Month of birth and height. A case study in rural Spain
- Referencia: Candela-Martínez, B., Ramallo-Ros, S., Cañabate, J. y Martínez-Carrión. J.M.: “Month of birth and height. A case study in rural Spain”. 2022, Economics and Human Biology (in press). DOI: https://doi.org/10.1016/j.ehb.2022.101157
Introduction.- Season of birth correlates to a wide range of health conditions throughout life measured by anthropometrics. This study explores whether the month of birth and weather during gestation influence male adult height, based on Spain’s rural population before the end of the modernization process.
Methods.- The database of heights (N = 16.266) is composed of conscripts who reached the age of 21 between 1908 and 1985 (birth cohorts 1886-1965). The population sample has been taken from a municipality in inner Spain: Hellín, in the region of Castilla-La Mancha, mainly an agrarian area, with poor resources and low income until the 1970s/1980s. Two different methodologies have been implemented: a harmonic regression using sinusoidal covariables and a random forest model.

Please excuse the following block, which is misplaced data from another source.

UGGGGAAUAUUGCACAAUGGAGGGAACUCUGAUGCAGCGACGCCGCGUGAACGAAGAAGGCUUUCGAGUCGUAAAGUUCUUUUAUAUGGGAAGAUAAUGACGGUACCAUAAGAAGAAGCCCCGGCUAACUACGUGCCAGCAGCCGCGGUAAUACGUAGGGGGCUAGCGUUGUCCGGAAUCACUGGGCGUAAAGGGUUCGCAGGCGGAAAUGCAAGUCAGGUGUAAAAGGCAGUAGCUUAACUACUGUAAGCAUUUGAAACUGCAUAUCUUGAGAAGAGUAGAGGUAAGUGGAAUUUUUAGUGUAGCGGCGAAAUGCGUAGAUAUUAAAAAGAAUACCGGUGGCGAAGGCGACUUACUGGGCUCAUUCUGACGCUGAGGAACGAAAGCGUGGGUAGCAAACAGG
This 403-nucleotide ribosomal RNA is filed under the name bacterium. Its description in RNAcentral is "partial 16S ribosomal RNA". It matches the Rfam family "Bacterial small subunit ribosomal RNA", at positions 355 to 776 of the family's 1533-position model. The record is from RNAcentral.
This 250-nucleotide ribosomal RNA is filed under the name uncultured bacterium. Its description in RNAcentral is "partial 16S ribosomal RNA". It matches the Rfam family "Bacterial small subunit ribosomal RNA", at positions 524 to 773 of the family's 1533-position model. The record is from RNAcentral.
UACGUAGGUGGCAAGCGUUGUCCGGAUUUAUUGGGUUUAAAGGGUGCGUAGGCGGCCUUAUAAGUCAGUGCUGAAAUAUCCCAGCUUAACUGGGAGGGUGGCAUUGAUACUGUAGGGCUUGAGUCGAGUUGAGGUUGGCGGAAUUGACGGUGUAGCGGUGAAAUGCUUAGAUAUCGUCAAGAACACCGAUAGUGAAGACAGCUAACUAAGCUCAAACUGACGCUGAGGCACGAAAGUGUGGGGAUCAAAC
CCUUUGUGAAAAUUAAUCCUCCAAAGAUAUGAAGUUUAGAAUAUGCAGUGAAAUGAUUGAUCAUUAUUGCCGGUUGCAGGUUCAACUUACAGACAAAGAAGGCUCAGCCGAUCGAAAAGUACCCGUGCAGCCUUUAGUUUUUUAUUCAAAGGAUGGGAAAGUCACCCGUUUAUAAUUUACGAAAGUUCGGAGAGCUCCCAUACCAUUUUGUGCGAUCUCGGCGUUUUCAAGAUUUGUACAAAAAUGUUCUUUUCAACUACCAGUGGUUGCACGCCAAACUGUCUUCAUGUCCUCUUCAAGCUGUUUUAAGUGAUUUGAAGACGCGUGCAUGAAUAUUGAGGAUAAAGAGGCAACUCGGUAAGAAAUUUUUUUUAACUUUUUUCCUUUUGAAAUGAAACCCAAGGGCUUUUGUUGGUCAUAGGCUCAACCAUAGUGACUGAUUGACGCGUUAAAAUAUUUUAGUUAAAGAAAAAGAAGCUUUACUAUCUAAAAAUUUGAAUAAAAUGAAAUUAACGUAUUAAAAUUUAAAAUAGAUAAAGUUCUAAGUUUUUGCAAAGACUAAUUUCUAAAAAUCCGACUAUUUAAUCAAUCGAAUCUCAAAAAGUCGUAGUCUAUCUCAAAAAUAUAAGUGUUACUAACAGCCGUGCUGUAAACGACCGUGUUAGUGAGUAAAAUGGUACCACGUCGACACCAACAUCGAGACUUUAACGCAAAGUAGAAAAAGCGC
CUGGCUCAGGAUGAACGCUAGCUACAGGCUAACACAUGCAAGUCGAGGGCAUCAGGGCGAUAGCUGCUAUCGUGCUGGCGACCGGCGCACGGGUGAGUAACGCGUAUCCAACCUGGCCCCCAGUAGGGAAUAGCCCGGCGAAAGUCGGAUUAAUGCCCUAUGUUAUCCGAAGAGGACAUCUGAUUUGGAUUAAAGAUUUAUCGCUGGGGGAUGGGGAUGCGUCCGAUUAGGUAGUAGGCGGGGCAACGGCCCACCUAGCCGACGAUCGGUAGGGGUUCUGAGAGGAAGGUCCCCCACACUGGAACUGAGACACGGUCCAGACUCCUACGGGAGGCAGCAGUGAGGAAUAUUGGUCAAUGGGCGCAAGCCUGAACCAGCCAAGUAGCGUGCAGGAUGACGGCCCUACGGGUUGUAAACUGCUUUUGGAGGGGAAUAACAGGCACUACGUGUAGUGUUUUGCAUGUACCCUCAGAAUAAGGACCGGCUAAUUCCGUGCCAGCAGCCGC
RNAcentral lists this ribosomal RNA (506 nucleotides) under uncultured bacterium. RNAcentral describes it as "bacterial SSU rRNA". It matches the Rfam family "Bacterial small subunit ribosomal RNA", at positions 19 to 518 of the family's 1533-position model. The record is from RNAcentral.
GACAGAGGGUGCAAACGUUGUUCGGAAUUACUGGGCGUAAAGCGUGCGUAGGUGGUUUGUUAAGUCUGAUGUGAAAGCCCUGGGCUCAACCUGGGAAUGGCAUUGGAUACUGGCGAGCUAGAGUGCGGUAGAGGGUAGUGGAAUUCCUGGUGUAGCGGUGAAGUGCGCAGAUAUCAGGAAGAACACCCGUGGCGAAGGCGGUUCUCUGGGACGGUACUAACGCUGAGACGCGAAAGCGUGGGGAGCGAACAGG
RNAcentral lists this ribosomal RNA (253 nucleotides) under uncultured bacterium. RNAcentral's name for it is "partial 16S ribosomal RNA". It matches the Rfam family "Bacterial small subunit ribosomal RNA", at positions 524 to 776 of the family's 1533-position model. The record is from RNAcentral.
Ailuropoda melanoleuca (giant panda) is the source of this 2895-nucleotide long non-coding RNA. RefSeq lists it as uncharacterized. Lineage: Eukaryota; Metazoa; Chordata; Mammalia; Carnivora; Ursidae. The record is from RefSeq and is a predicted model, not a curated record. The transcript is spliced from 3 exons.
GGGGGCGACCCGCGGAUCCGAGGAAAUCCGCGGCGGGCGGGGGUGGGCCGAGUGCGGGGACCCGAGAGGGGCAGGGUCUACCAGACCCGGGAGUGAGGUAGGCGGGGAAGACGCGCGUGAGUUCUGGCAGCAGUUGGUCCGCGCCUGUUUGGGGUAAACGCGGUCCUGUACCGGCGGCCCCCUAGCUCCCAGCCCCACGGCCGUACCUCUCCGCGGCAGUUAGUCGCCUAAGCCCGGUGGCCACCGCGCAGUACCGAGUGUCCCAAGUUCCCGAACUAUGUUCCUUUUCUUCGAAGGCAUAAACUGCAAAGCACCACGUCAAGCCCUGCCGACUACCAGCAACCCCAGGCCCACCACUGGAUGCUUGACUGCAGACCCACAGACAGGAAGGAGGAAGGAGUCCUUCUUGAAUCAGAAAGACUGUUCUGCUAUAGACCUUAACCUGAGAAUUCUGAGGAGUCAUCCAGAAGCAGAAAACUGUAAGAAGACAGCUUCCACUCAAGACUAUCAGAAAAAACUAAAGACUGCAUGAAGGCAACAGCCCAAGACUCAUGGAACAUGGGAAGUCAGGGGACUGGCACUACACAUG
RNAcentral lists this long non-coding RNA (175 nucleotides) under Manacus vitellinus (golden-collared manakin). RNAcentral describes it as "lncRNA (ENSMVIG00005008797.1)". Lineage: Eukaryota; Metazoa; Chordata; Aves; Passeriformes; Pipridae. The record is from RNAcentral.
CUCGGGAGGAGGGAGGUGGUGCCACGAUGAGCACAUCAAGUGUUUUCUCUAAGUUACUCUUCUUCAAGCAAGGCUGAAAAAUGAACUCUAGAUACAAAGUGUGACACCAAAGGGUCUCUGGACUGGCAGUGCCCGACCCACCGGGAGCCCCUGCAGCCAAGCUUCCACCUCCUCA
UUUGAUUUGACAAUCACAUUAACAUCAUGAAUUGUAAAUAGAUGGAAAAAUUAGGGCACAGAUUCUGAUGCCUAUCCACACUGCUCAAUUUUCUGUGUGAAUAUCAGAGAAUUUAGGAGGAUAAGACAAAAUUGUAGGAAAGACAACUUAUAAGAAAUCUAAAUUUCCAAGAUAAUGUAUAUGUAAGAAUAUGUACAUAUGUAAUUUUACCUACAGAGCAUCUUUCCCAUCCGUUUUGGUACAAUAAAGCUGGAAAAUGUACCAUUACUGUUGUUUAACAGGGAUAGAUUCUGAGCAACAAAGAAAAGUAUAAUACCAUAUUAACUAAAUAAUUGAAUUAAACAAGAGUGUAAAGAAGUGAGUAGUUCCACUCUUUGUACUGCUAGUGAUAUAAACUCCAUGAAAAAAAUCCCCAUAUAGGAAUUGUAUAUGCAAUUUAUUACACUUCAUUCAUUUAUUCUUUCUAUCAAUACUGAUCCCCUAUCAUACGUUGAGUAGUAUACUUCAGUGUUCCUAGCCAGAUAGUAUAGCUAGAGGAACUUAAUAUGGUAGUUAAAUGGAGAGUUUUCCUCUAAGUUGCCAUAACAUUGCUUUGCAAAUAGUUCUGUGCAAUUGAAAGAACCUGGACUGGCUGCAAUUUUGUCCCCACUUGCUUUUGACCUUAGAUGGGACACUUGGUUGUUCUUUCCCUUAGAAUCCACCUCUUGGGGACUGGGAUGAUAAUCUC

Results.- We find that being born at the end of the summer and during the autumn was favorable to height. The birth month with the highest statures is September, with heights 0.5 cm above the annual average and 0.9 cm above February, the birth month with the lowest average height. Furthermore, we can observe that rainfall and temperature during gestation had little additional influence due to a substitution effect with the birth month variable.
Conclusions.- Our results suggest that the seasonal effects on height can be significant and that it can be partially affected by environmental factors during early life. Our findings could be of interest for low-income populations and developing rural societies.